SPOTSYLVANIA COURTHOUSE, Va. — Activists say they're left with more questions than answers after the Spotsylvania County Sheriff released some of the body-worn camera footage and a 911 call from when a deputy shot 32-year-old Isaiah Brown.
The incident began early Wednesday morning in the 12200 block of Catharpin Road at approximately 3:18 a.m. when authorities were called to a residence for reports of a "domestic disturbance," according to the Spotsylvania Sheriff's Office.
The footage shows the deputy exiting his vehicle and shouting for Brown to "drop the gun" as soon as he gets out of the car. Then, multiple shots can be heard.
In the 911 call, the dispatcher is heard asking Brown if he had a gun, to which he replied "yes," but when she asked if he had one on him, he said, "no."
Sgt. Brent Coffey, a spokesman with Virginia State Police, confirmed that Brown was unarmed at the time of the shooting.
“At the end of the day, that video does not tell us, show us anything other than exactly what we thought," Anthony Foote, the founder of Black Lives Matter Fredricksburg said. "Regardless of how you play it out, an unarmed Black man still got shot.”
In a press conference Monday, Brown's family called for audio of the interaction between dispatchers and responding deputies to be released, along with transcripts between dispatch and the responding officers.
Attorney David Haynes, representing the Brown family, said the responding deputies overreacted to the situation due to a communication error between dispatch and responding deputies.
Haynes said on Monday that Isaiah Brown remains in critical condition, and that his condition has been described as "touch-and-go."
Isaiah Brown's sister, Yolonda, described her brother as someone who was known for his smile and was always there to help.
"Anybody knows that if you call on Isaiah, we will be there," Yolonda Brown said. "He has a good heart, he's a good person."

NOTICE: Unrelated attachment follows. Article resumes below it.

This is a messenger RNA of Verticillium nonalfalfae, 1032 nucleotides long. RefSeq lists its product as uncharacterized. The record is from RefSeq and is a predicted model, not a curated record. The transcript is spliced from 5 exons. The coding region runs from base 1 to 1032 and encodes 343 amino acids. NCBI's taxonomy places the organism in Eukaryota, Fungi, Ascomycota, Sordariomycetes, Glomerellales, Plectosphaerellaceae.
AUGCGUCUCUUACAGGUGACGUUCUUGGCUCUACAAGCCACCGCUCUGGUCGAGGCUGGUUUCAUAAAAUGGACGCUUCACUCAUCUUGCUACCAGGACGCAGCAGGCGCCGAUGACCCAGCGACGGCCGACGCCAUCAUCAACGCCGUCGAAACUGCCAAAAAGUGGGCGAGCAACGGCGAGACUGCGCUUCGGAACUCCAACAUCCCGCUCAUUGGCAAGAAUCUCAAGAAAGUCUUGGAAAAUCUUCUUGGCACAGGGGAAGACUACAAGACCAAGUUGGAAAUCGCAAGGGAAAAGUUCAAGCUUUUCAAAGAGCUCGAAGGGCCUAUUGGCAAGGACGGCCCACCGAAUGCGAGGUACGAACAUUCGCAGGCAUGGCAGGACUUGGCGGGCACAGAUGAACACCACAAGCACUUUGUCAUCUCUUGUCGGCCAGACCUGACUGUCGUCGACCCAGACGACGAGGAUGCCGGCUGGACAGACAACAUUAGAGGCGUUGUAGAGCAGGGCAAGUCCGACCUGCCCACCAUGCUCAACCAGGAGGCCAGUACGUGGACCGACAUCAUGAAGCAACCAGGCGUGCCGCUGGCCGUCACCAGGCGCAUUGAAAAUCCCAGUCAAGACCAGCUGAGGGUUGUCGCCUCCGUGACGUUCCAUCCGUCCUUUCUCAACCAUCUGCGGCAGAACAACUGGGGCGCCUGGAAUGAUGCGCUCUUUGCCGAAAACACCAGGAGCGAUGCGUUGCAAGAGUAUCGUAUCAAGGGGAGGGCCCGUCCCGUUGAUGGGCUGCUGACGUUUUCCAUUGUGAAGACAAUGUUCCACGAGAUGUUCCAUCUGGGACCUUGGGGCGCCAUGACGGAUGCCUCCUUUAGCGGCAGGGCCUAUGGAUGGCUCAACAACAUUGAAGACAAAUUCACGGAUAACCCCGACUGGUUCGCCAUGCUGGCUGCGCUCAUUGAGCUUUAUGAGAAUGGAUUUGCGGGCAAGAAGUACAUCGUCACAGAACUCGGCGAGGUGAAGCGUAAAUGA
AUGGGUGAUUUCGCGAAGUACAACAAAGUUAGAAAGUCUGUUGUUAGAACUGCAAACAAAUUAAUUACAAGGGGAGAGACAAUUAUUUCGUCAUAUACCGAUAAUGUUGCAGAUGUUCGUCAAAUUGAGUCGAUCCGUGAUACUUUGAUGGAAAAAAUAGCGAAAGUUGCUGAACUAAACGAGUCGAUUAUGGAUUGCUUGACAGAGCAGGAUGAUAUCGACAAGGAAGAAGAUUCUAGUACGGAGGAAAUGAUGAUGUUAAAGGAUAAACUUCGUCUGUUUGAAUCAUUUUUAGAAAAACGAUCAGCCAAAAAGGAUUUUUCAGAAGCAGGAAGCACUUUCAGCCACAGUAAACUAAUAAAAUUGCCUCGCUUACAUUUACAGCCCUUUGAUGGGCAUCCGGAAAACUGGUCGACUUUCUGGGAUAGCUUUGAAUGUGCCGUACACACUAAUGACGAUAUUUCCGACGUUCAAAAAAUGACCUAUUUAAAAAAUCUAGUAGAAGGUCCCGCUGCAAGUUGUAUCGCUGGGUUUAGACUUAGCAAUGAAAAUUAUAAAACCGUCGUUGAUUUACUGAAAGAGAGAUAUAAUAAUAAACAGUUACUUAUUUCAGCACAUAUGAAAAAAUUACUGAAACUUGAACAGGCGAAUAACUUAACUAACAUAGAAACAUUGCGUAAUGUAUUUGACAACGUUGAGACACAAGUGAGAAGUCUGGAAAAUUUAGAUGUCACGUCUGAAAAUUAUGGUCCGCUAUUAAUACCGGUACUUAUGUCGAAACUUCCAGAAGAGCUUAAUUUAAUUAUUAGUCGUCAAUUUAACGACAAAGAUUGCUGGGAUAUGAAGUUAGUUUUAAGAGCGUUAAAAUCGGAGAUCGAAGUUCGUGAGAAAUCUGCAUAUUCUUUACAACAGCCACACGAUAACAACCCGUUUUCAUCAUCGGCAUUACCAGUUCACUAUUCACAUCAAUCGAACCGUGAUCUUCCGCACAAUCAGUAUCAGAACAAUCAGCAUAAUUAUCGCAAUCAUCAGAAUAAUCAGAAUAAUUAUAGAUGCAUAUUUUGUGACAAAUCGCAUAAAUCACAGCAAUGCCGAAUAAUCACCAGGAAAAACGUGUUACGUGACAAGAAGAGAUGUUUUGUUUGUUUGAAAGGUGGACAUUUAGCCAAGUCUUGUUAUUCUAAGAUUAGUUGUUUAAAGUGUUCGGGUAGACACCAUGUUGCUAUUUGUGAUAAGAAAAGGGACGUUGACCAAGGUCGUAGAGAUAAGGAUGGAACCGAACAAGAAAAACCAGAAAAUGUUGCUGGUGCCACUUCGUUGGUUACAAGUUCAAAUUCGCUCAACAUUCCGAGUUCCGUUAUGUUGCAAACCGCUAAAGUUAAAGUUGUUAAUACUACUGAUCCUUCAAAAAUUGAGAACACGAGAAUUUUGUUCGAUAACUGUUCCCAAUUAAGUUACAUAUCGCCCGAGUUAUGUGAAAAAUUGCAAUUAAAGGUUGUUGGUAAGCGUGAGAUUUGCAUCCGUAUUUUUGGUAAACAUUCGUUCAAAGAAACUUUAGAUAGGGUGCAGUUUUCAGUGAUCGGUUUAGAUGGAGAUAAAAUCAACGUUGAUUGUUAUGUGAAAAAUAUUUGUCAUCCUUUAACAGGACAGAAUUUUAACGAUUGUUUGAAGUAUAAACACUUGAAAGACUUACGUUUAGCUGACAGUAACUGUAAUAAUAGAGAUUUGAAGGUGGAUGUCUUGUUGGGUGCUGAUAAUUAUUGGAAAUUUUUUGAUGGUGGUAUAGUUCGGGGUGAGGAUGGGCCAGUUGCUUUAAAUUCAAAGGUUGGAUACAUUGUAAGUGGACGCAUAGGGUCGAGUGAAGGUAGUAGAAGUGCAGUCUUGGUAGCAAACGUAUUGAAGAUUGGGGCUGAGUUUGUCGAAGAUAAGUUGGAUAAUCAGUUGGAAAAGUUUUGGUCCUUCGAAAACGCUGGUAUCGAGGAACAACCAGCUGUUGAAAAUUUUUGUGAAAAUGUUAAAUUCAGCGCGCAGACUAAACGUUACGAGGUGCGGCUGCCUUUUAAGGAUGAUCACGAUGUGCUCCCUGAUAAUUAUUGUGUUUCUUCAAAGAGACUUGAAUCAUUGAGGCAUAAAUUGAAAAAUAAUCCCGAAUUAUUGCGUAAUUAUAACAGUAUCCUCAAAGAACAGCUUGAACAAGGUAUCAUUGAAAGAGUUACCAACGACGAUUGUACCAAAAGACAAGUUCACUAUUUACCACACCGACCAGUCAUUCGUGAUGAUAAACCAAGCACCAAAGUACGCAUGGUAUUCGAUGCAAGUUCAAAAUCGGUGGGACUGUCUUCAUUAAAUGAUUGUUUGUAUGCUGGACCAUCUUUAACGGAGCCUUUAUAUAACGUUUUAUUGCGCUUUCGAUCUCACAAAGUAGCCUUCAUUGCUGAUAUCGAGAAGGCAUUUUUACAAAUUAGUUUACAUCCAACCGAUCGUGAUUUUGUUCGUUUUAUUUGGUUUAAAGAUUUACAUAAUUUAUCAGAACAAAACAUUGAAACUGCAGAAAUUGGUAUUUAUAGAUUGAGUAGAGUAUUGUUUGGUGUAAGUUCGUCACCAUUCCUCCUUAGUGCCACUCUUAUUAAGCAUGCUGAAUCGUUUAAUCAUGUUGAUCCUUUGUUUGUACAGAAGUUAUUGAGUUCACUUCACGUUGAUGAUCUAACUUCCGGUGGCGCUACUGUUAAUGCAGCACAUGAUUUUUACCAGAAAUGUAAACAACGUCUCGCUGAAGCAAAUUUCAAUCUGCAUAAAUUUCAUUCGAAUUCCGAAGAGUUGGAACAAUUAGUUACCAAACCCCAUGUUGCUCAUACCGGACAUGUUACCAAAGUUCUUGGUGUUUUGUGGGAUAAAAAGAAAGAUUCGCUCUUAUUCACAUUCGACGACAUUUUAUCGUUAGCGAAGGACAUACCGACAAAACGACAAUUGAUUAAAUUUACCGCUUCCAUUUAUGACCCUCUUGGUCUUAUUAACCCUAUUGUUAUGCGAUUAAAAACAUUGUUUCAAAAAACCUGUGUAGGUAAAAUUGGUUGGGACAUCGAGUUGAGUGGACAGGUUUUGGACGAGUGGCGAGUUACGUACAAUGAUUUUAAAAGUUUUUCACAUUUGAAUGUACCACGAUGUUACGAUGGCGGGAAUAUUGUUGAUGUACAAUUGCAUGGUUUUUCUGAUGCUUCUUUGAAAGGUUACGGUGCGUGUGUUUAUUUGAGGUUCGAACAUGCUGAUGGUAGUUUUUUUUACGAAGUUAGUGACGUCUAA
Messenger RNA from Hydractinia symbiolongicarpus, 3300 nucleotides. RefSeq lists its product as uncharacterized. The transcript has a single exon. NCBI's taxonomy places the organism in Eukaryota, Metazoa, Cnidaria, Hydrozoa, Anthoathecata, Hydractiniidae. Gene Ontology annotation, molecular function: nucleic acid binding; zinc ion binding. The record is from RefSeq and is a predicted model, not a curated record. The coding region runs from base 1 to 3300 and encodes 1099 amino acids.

Sgt. Coffey wrote in an email that a deputy arrived on the scene and encountered Isaiah L. Brown, 32, as Brown was walking in the roadway away from his residence.
The responding deputy can be heard on the bodycam video that depicts the events leading up to the shooting shouting "drop the gun" and radioing in to dispatch that Brown had "a gun to his (own) head."
In the 911 audio, a man can be heard in the background asking if Brown had called the police again. During the call, Brown tells the operator that he needed to grab his keys so he can get into his car, which was located in the backyard.
"Show me your hands. Show me your hands, now!" The deputy yells, "Drop the gun!"
The deputy then radios into authorities that Brown allegedly had a gun to his head. After another few times ordering Brown to "drop the gun," the deputy yelled at Brown to not walk toward him three times before he fired seven shots.
Foote wants the sheriff to release the deputy's name.
“No one has been held accountable still," he said. "No one — and that's once again, unfair.”
Major Troy Skebo with the sheriff's office said the deputy's name typically isn't released until the end of the investigation, which Virginia State Police (VSP) has taken over.
“Where is de-escalation? I'm not seeing it, right," Julius "JD" Spain, regional VP for Virginia's NAACP said. "We're gonna have to evaluate, you know, terms and ways that we use deadly force in our police department, and really focus on de-escalation.”
When the deputy went to administer CPR and first aid, the bodycam video shows the deputy describing Brown's injuries, saying, "Several gunshots to the abdomen, one gunshot to the left thigh, two gunshots to the side."
"The investigation remains ongoing at this time, so we are not in a position to comment on any motive or circumstances related to the shooting. Once the investigation is concluded, state police will turn over the investigative findings to the special prosecutor for final review and adjudication," Coffey wrote in a statement to WUSA9.
Brown was taken to Mary Washington Hospital, according to Coffey. Foote said that Brown was still fighting in the hospital as of Saturday morning, with little change to his condition.
Both Spain and Foote say the biggest puzzle piece missing is the conversation between the dispatcher and the deputy who ended up shooting Brown.
“Let's not get in front of the investigation, again, only have snippets of the body-worn camera footage," Spain said. "But I will tell you again, the first view, in my opinion, it shouldn't be, you know, pull out your gun, shoot first, ask questions later.”
Foote also questioned if the video had been cropped, which Major Skebo said it was not.
Once state police complete their investigation, the case will be turned over to a special prosecutor, Fredericksburg Commonwealth’s Attorney LaBravia Jenkins, for review, Coffey said.
A GoFundMe page has been created to help Brown's family pay for medical expenses.